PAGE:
Because online transactions function at the speed of the internet, it's possible to automate and synchronize inventory and sales data reports and then synchronize your investment needs to them.
With inventory and sales data close at hand, it's then possible to make almost equally quick financing decisions – or even automate them. The needs of eCommerce retailers (especially SMBs) and their customers have never been in greater alignment.
As the success of each bolsters that of the other, businesses can obtain greater financing options immediately as their faithful customers enable them with each successive sale, which feeds directly into new working capital.
This gives online retailers the ability to fund greater products and services that those faithful customers will more quickly notice, generating enormous momentum between customer appreciation and value-added services.
The result is a novel trend where businesses are seeing tangible feedback, proving that emphasizing the quality of direct-to-customer relationships results in greater Return on Investment (ROI) when their desires are taken more deeply into account.
Financing Value-Added Services for Greater ROR
Like most things in eCommerce, the "Return on Relationship" (ROR) for online retailers can be seen faster for those who take efforts to automate their financing resources so that their working capital is ready for them to invest as fast as their customer base makes purchases.
Unlike in the top-down mega-retailer environments of yesteryear, SMBs can disperse their digital storefront activity as fast as their inventory can keep up without needing to spend those same funds on real estate financing needs.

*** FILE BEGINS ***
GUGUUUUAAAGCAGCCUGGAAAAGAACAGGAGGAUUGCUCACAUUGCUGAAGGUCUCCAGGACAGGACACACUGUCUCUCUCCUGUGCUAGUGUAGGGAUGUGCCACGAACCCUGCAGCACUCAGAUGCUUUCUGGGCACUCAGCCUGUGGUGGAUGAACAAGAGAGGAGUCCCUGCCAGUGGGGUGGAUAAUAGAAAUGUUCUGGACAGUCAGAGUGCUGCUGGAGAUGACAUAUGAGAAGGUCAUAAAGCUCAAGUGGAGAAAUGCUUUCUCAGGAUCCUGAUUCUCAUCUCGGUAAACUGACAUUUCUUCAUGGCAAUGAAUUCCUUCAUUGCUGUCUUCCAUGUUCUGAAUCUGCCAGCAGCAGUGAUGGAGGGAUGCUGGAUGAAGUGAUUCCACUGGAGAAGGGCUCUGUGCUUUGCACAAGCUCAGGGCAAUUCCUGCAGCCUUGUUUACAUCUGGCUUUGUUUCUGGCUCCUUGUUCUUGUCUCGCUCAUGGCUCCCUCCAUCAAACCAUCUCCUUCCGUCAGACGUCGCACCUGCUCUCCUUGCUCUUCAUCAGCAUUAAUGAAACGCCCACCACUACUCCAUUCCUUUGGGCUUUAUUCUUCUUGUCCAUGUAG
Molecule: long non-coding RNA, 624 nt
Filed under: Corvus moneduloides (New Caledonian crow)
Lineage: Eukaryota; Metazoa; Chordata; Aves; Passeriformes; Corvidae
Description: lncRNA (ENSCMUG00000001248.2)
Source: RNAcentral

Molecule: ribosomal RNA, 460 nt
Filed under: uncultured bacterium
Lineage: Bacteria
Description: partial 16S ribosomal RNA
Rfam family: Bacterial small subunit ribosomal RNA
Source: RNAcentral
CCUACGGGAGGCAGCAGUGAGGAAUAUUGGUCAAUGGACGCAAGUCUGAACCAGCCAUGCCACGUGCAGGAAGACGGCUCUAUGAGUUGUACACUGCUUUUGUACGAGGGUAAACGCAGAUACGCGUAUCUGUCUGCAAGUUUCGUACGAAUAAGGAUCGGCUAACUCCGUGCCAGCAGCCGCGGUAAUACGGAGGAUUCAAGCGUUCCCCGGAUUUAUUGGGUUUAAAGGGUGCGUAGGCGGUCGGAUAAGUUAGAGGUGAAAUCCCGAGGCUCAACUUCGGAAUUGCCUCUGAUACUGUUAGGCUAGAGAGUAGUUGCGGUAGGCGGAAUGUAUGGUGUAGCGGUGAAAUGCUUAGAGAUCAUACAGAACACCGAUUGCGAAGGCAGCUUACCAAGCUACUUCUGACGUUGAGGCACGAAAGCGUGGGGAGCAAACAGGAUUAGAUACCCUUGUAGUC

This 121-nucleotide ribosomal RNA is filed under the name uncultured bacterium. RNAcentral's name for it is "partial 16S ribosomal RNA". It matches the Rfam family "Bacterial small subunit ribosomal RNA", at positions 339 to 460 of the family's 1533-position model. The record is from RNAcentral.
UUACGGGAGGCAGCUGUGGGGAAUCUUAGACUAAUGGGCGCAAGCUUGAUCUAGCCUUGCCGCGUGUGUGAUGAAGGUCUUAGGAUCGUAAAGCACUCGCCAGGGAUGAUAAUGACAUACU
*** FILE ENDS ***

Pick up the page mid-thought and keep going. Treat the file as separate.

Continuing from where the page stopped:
With eCommerce, young online retailers can simply trim the whole customer-facing link of the supply chain down to nothing more than a website and focus their working capital almost exclusively on what customers want most: great products at an affordable price with consistent service.
As more people than ever are enduring psychological distress in public spaces, it could be said that brick-and-mortar mega-retailers are left holding the bag as far as underutilized properties go. This not only means more customers are going online – more independent-minded entrepreneurs are, too.
Greater Competition? Far Greater Opportunities
To be sure, this doesn't erase the competition between retailers of any size for warehousing, suppliers, and shipping, whether those retailers run online or physical storefronts. Yet this withdrawal from physical retailers still gives new online SMBs a greater head start over their brick-and-mortar counterparts, because they can now compete in new terrain with little to none of their working capital tied up in traditional overhead expenses – and to the extent the internet remains free and open, they have access to a nearly unlimited market base to boot.
As far as the competition between online SMBs and online mega-retailers, a proliferation of novel financing options is helping the former gain traction and close the gap. This is because SMB financing companies know that their young upstart partners can do more with less.
They are thus much more eager to invest in companies for whom several thousand dollars will have the same impact that tens or even hundreds of thousands would have been needed for a company trying to duke it out in the physical retail space.
Relatively little funding is necessary to establish one's own eStore and fund marketing efforts needed to pull market share away from the major online retailers so that online SMBs can maintain fuller control over the storefront portion of the supply chain. Business owners are equally ambitious and wary not to repeat the mistakes of the old centralized economic model and wind up beholden to a digital iteration of the same real-estate and zoning regulations that priced mom-and-pop shops into obscurity.